By Rob Scott
September 21, 2011
September 21, 2011
- In 2010 Hollywood studios released what Slate refers to as “a run of record-smashing, premium-priced blockbusters: ‘Avatar,’ ‘Alice in Wonderland,’ ‘How to Train Your Dragon,’ ‘Clash of the Titans,’ ‘Shrek Forever After,’ and ‘Toy Story 3’ — a half-dozen 3D movies that earned more than $2 billion in domestic sales.”
- However, while the new generation of 3D cinema showed initial box office promise, the next wave of 3D movies have grossed significantly less than their 2D versions.
- Slate takes a compelling look at some of the reasons 3D has recently become less popular with theatergoers and, in the process, provides information that could help revive the format.
- Theater chains, for example, raised their prices for 3D screenings by 20 percent or more, while the 3D trend was already showing signs of decline. PricewaterhouseCoopers has suggested that 3D could revive if the chains limited their premium to a couple of dollars.
- Some film studios applied 3D “purely for the profit motive,” as James Cameron has been quoted. Films were converted to 3D instead of being produced in 3D from the start, a technology “cheat” that some believe led to viewer disappointment.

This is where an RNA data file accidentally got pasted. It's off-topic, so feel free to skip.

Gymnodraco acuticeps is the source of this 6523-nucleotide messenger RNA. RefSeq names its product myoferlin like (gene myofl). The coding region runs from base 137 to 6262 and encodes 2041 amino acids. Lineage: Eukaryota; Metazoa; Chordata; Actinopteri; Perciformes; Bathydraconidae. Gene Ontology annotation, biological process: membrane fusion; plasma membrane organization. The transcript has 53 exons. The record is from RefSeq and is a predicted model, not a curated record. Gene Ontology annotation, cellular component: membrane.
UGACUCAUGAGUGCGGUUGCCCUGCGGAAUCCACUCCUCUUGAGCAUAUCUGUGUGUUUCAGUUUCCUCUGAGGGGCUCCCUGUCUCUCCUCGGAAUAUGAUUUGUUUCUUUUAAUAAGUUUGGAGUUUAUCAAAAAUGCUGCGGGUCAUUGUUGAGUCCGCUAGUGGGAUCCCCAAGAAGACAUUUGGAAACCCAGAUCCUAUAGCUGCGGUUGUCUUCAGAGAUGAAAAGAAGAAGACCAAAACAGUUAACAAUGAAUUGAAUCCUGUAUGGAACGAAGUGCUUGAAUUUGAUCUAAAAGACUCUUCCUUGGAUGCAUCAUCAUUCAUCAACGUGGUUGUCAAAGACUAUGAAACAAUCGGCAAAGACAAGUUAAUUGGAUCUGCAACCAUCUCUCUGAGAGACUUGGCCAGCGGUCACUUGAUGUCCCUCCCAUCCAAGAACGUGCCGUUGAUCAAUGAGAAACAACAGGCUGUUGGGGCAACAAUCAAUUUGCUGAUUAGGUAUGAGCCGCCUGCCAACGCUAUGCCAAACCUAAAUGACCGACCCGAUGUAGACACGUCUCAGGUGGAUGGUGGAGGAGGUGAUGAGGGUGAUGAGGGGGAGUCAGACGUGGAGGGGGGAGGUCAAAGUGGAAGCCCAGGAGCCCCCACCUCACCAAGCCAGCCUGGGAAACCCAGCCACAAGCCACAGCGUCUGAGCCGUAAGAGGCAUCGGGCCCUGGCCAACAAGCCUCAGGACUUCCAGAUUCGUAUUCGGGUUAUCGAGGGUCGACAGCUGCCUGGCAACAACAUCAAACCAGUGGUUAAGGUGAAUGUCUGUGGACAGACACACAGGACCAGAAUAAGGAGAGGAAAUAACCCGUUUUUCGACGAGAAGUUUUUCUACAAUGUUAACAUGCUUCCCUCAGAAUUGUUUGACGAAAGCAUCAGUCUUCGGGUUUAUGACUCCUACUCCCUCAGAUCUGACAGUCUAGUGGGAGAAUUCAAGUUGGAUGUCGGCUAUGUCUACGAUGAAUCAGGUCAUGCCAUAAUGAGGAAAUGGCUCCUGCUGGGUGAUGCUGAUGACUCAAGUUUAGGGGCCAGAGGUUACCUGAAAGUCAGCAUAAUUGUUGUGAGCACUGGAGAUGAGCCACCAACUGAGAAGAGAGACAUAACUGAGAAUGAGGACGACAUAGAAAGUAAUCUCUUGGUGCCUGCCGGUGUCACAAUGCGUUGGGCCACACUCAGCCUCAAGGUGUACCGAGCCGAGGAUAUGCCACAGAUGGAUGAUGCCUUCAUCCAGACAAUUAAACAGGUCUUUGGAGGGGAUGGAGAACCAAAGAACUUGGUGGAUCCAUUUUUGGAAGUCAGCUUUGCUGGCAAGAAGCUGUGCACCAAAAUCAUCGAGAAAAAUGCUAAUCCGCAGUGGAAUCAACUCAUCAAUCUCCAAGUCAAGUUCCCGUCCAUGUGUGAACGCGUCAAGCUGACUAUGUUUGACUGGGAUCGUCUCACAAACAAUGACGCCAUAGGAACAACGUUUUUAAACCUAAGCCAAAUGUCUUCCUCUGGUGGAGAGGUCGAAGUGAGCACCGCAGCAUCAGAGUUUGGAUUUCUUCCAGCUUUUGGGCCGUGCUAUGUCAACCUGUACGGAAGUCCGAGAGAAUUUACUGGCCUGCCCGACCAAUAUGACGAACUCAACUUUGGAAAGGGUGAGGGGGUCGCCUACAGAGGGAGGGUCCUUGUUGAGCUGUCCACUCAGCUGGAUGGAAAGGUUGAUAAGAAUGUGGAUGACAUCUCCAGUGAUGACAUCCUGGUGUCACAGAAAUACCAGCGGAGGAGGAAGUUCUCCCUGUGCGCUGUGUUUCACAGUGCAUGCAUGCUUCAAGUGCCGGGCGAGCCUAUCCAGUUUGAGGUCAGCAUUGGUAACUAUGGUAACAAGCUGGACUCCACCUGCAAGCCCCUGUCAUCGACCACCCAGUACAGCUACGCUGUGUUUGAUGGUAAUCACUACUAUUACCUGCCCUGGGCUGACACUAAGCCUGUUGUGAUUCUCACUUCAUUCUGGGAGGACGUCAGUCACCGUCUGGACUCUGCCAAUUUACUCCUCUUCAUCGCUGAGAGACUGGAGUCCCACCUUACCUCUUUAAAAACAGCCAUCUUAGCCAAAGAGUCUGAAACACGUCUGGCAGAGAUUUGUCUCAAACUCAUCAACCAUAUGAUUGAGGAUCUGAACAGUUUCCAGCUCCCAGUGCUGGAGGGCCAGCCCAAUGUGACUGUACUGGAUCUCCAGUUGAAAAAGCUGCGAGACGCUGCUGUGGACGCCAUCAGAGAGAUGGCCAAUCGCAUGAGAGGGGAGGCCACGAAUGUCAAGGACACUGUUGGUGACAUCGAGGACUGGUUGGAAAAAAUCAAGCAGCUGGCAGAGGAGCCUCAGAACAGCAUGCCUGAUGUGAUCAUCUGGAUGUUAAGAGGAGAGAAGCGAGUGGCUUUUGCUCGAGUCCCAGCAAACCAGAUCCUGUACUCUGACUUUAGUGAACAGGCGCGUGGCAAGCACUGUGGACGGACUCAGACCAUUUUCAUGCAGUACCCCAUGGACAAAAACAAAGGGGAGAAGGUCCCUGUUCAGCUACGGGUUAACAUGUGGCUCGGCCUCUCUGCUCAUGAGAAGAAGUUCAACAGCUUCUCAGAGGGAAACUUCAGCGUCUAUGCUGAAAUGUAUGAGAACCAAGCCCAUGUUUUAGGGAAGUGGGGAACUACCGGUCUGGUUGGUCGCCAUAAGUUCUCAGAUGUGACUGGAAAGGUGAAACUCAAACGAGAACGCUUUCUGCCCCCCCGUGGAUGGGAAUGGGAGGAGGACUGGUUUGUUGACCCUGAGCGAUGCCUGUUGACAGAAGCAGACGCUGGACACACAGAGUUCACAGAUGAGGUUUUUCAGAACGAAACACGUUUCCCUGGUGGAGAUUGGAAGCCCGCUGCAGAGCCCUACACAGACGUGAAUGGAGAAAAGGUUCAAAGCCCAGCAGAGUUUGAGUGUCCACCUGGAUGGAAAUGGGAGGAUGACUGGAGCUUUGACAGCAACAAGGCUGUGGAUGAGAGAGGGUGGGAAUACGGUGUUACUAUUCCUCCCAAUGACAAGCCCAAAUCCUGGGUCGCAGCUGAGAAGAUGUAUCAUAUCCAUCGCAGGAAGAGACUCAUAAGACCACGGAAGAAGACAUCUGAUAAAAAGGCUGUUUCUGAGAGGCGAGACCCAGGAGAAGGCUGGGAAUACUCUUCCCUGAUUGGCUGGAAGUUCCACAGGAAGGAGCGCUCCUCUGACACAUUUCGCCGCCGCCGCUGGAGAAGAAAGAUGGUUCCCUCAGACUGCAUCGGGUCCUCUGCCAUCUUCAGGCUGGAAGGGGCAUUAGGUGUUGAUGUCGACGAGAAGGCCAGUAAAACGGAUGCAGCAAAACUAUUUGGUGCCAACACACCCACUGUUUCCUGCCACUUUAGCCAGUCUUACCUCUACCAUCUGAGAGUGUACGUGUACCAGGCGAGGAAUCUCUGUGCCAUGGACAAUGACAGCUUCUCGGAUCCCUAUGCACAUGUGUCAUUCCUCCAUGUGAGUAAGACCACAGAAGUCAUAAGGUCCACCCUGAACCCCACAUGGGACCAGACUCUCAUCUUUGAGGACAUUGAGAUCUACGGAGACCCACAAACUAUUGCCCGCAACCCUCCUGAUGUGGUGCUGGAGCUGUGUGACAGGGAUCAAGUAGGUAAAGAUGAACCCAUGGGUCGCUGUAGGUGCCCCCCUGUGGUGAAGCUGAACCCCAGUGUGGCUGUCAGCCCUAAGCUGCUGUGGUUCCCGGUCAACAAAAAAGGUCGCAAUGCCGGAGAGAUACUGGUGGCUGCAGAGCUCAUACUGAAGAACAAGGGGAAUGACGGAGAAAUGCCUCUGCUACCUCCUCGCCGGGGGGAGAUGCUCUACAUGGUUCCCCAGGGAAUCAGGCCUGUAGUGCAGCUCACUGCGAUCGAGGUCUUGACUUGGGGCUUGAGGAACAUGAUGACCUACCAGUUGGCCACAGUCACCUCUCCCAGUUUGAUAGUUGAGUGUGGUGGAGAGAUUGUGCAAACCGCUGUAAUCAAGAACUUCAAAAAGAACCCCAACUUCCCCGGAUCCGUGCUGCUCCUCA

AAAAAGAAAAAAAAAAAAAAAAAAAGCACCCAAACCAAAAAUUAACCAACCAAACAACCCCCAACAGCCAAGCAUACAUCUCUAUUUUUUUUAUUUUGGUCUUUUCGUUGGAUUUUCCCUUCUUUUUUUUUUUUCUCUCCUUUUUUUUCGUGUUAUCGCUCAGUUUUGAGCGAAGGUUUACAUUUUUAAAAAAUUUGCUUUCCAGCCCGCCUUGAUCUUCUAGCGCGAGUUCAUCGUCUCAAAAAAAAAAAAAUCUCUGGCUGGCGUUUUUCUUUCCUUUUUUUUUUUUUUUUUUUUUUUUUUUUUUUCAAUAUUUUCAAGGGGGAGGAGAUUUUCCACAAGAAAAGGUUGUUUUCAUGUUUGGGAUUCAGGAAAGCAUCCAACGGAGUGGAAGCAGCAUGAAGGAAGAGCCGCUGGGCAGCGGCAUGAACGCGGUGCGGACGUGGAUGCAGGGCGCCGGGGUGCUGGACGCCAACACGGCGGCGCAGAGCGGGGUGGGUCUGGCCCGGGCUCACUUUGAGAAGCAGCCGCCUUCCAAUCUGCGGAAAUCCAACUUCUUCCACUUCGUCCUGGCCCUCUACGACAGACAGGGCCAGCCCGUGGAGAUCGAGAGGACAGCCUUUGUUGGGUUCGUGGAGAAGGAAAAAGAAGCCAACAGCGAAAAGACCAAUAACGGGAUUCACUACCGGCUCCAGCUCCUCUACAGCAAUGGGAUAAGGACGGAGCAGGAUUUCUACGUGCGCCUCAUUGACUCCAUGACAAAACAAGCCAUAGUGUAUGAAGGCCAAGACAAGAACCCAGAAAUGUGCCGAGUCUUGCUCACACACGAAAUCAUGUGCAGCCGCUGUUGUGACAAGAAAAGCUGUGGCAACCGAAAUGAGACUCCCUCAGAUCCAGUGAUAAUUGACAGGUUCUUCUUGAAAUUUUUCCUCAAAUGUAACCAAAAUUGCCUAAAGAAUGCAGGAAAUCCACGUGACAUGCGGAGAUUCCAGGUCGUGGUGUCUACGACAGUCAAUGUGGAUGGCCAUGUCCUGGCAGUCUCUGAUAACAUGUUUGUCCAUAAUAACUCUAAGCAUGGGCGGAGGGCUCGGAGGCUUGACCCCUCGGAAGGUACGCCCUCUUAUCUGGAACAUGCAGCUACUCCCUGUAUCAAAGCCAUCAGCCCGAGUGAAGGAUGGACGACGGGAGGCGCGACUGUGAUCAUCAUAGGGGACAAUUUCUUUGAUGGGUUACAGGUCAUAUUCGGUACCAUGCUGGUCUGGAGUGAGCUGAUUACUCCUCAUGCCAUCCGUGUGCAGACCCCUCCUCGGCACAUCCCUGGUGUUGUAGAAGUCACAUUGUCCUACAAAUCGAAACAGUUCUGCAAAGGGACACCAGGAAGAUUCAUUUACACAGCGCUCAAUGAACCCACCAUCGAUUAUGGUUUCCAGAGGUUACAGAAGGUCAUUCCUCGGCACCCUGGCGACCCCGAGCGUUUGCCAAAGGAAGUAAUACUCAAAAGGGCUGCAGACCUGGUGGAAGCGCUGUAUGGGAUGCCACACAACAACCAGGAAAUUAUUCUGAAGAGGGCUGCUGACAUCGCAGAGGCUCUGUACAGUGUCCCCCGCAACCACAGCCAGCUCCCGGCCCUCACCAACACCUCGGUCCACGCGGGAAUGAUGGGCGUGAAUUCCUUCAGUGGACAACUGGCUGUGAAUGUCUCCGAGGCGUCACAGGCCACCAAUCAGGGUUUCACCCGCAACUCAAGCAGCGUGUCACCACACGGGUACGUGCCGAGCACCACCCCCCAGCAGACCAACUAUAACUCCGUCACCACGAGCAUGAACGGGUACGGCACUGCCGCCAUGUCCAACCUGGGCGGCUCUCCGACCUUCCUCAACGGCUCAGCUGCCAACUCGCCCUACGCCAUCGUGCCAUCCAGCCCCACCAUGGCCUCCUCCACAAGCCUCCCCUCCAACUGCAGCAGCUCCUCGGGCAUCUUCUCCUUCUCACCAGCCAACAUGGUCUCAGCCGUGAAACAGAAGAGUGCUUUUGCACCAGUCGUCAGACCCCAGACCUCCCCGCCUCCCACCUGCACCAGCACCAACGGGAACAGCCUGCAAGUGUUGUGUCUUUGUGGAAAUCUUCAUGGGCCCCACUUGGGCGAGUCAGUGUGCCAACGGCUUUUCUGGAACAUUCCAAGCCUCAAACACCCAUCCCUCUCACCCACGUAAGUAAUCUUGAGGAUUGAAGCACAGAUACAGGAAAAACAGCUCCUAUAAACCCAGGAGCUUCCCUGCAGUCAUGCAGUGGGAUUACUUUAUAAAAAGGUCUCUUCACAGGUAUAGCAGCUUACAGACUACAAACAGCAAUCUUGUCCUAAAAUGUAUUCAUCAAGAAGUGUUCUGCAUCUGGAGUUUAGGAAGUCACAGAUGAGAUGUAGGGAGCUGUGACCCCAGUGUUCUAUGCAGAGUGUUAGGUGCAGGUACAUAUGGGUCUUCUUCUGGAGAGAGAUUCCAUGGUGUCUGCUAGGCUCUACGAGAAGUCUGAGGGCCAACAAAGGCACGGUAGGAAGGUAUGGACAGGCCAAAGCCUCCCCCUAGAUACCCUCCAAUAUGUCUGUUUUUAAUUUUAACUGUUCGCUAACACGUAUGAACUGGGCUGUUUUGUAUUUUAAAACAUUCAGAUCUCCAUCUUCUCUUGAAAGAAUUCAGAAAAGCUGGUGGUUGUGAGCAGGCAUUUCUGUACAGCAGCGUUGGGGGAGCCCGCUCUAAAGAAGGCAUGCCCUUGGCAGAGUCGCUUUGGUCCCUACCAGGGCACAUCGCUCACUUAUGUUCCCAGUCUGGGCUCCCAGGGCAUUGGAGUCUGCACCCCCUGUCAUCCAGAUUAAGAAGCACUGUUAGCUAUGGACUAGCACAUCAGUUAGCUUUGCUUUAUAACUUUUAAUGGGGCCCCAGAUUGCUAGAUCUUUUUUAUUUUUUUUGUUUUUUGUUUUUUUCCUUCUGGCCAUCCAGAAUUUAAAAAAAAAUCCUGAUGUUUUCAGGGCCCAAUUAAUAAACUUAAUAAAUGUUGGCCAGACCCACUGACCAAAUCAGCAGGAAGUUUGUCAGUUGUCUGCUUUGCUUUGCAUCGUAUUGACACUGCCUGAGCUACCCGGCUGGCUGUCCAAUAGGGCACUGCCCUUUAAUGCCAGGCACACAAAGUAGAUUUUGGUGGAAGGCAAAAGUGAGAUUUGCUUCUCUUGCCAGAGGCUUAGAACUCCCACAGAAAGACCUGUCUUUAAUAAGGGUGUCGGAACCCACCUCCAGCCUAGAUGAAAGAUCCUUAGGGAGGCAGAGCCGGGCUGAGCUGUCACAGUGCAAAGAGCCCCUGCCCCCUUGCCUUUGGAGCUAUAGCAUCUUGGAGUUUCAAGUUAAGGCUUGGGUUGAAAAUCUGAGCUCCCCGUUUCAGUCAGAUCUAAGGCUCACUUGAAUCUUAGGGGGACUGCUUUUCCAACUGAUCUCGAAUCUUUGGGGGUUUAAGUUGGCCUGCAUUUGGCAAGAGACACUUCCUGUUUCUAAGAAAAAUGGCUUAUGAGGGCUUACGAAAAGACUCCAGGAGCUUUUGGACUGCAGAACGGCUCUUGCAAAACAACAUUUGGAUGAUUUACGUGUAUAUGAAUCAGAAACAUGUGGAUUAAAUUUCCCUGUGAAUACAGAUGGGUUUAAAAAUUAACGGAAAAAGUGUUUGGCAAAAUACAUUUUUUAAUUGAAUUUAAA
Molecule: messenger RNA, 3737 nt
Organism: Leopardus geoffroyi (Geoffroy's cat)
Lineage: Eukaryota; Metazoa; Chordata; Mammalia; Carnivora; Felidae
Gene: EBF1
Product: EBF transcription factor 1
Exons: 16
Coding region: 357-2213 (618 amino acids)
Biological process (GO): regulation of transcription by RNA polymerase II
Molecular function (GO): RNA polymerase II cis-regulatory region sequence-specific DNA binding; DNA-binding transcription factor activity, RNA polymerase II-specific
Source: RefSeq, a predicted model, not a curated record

- Additionally, shrewd consumers may not always feel that the 3D experience is worth the extra price, especially if the 3D is designed to be unobtrusive. Film critic A. O. Scott pointed out this is “one of the pitfalls of that format, which is that if the 3D is unobtrusive enough that you don’t really notice it, you may as well forego the disposable glasses and the surcharge that comes with them.”
- And the final theory offered by Slate involves “hack” filmmakers who have applied 3D to a string of bad movies, which may have been the same reason 3D died in the 1950s.
- It’s interesting to note that on the heels of the Slate article, a 3D re-release topped the box office this past weekend. An enhanced version of Disney’s “The Lion King” earned $29.3 million (with 92 percent of the gross from 3D screens). This is the third time the 1994 film has been widely screened in theaters, but the first time a 3D version has been available. Was earning more in weekend ticket sales than the other three newcomers combined the result of nostalgia or the first-time availability of a 3D version?